*Russia's ruble at all-time low vs dollar. NEW YORK, Aug 29- The dollar rose on Friday, with traders looking beyond soft U.S. consumer-spending data, while the steadily sliding euro won a reprieve on diminished expectations the European Central Bank will soon ease monetary policy.» Read More
The euro nears parity with the dollar, the Bank of England undertakes its own QE2 and Greece opts to restructure its debt.
Though they may be bold, they are certainly in the realm of possibilities. So, take a look at who at CNBC is saying what, in their own words.
The next 24 hours could prove a major turning point in Europe’s crisis, one that substantially reduces the risk for all investors on world markets.
Fear of political instability and corruption allegations have kept many investors away from Russia, but now could be the time to take advantage of the emerging market as Europe is in the grip of a debt crisis and valuations are cheap, Roland Nash, chief strategist at Renaissance Capital, told CNBC Wednesday.
European stock index futures pointed to a rebound for equities on Wednesday, with better-than-expected Chinese manufacturing data helping to bolster positive sentiment.
The stock market starts December on a burst of economic news that may distract investors from Europe's sovereign debt worries.
Cramer explains why the Continent has been getting so much attention lately.
Gold isn't serving as a hedge against inflation, as traditionally has been the case. Instead, as investment guru Dennis Gartman points out, investors see gold as "a hedge against monetary uncertainty."
Stocks fell Tuesday as fear of contagion from the European debt crisis continued to rattle investors. Art Cashin, director of floor operations at UBS Financial Services, shared his market outlook.
Even as Europe struggles to contain its latest debt crisis, fresh fissures are emerging that show the euro zone diverging into two — or even three — different economic parts that threaten to compound the problems even further. The NYT reports.
The EU bailout for Irish banks failed to quell financial markets. Borrowing costs for Portugal, Spain and others continue to rise, because structural problems created by the euro and single European market remain unaddressed and more crises are inevitable.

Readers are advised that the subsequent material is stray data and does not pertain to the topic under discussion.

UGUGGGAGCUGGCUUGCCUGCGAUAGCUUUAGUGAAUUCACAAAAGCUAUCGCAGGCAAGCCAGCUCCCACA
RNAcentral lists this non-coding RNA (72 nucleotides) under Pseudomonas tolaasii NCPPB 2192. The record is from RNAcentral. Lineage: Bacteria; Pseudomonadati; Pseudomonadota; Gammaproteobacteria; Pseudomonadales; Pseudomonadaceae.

A look at recent German headlines shows the difficulty the government of the euro zone’ biggest country faces in satisfying both the demands of its euro zone partners and those of its citizens.
European shares were set to rise Tuesday, bouncing back from seven-week closing lows in the previous session on worries about the euro zone debt crisis, after Wall Street cut its losses.
With the Fed flooding the market with money and the IMF ready with a nearly $1 trillion bailout package, analysts think the trend for the US currency remains lower.
There are clearly two perspectives emerging on Europe's problems and this chasm in perspectives will become more clear as time goes by. The budget minded nations are reigning in the less disciplined sovereigns. Solvent Europe vs. broke member nations.
Faced with "almost terminal problems," Dennis Gartman on Monday said the euro could soon unravel.
Ireland, North and South Korea, Congress and more - here's what you need to know for this week.
The premium investors demand to hold Belgian government bonds rather than benchmark German debt rose to its widest level since early 2009 on Monday as the country issued 2 billion euros of 2014, 2020 and 2035-dated bonds.
Economist Nouriel Roubini says Portugal should consider asking for a bailout before its financial plight worsens.
The euro is not in danger of breaking up, judging by its current levels against the other major currencies, Robin Griffiths, technical strategist at Cazenove Capital, told CNBC Monday.